Blog title from a song by Nina Kauderer ‘20
Joan Armatrading and her Stratocaster. Bonnie Raitt and her Stratocaster. Avril Lavigne and her Telecaster. Chrissie Hynde and her Telecaster. Tal Wilkenfeld and her Precision Bass. Aimee Mann and her Precision Bass.
And don’t forget Anna and her own Stratocaster.
So what do you see in common here? It’s pretty clear. They’re all women, all of whom can be seen playing Fender instruments. Four of them have built long and illustrious careers going back decades; two of them, while younger, have already built a foundation for long and illustrious careers of their own; and one is, well, a student in her high school’s Rock Band course.
Fender recently released the results of a study on who buys their instruments and it turns out that half of their instruments are now being bought by girls and women. This would seem to be just common sense, but in fact it runs counter to the common image of who picks up the guitar; Fender’s own marketing has largely focused on men and teenage boys, and it’s barely two years since GuitarWorld finally decided to can the practice of putting scantily clad girls on its cover (though a recent perusal of their.website suggests they haven’t yet wholly caught on to the notion that female guitarists do actually exist).
So maybe - hopefully - this study will catch the industry’s attention and cause them to catch up with reality. It certainly appears that Fender, at a minimum, is paying attention.
Here on campus, Anna joins Edith, Nina, and Sadie as guitarists in our Rock Bands. Bassists include Abby, Eileen, Eliza, Juliet, and Sissi. (Drummers Ainsley, Avdeep, Cynthia, Maggie, Monica L. and - again - Sissi, along with keyboardists Dina, Monica W., Windsor, and - again! - Sissi, round out the groups.) Nearly all the kids sing, often trading off the lead, and their self-arranged harmonies are gorgeous. Depending on the song, they can soothe, wail, sail, or scream; they can comfort you, move you, challenge you, or uplift you. In every way, they can inspire you.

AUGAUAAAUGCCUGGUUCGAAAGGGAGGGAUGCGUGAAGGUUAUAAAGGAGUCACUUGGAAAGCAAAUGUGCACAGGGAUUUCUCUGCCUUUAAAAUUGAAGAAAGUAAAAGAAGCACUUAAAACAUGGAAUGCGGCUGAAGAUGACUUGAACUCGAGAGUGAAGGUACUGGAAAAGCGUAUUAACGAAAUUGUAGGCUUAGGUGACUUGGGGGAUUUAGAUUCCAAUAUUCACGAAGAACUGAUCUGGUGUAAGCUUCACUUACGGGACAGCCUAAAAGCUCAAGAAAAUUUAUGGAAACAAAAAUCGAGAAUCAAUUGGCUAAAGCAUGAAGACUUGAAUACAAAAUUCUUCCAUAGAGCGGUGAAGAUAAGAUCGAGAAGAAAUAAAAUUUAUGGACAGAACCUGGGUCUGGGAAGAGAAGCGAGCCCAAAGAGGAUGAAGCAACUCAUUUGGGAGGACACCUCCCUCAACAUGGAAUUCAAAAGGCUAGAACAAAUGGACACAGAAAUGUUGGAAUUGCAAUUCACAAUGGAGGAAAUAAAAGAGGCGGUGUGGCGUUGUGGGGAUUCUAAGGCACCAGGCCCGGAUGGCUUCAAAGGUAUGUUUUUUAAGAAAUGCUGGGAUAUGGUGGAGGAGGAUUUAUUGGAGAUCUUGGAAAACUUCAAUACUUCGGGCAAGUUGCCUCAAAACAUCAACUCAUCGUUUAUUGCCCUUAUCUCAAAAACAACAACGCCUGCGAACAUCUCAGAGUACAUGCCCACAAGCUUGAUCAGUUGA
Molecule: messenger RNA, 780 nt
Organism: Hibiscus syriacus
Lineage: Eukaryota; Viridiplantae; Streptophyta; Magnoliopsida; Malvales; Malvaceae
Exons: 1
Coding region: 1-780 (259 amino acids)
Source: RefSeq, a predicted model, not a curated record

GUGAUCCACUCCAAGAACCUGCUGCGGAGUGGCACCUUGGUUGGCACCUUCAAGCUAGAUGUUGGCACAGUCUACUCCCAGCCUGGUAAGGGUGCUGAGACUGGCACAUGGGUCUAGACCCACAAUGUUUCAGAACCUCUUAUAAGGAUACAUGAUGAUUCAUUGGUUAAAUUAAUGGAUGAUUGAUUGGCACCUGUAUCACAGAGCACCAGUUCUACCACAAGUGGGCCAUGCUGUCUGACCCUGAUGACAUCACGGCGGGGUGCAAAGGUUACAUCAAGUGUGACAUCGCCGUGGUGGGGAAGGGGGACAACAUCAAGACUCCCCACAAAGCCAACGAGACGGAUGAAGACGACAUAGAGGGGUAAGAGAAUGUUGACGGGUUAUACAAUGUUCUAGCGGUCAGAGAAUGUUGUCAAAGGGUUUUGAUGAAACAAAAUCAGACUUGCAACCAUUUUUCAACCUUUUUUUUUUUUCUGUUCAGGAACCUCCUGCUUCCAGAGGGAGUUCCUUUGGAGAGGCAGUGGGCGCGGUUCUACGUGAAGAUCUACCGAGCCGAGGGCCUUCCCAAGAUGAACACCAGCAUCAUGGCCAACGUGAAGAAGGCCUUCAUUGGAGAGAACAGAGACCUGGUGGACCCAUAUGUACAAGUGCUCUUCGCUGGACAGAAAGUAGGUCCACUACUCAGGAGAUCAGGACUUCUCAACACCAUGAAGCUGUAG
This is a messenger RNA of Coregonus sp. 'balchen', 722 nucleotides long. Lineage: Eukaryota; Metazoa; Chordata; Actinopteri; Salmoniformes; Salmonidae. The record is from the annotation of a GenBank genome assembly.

Just a few weeks before the start of this school year, I got to attend a benefit concert for iconic female rocker Jean Millington, who had suffered a stroke. Her sister and bandmate June, the founding director of the Institute for Musical Arts here in Goshen, was there to support her and to beam proudly on a plethora of musicians she has mentored in the past from the still-teenage Kalliope Jones to the rapidly up-and-coming And The Kids.
Katryna Nield, of The Nields, was at the show to support not only June and Jean but also her daughter Amelia, a member of Kalliope Jones. Recognizing me from a show we had hosted two years ago with her daughter’s group, our school’s bands, and Antigone Rising, she smiled at me and came over to say hi. She asked if I was still teaching Rock Band here and I said absolutely. She said that was great, that it’s so important for girls to develop strong voices (as always, I silently added the P.S. “...and non-binary kids too!”)
So it is. Ask any of the kids. Or just listen to a clip from these original songs by Edith (扑火 (Fly to the Flame) and Nina (Break Out!), or this hard-rocking version of the song “我管你 (I Don't Care).” As Nina put it in her chorus,
Be you and break out. Without a doubt. Without a doubt.
Be you. Don’t stop now. Let your voice be loud. Let your voice be loud.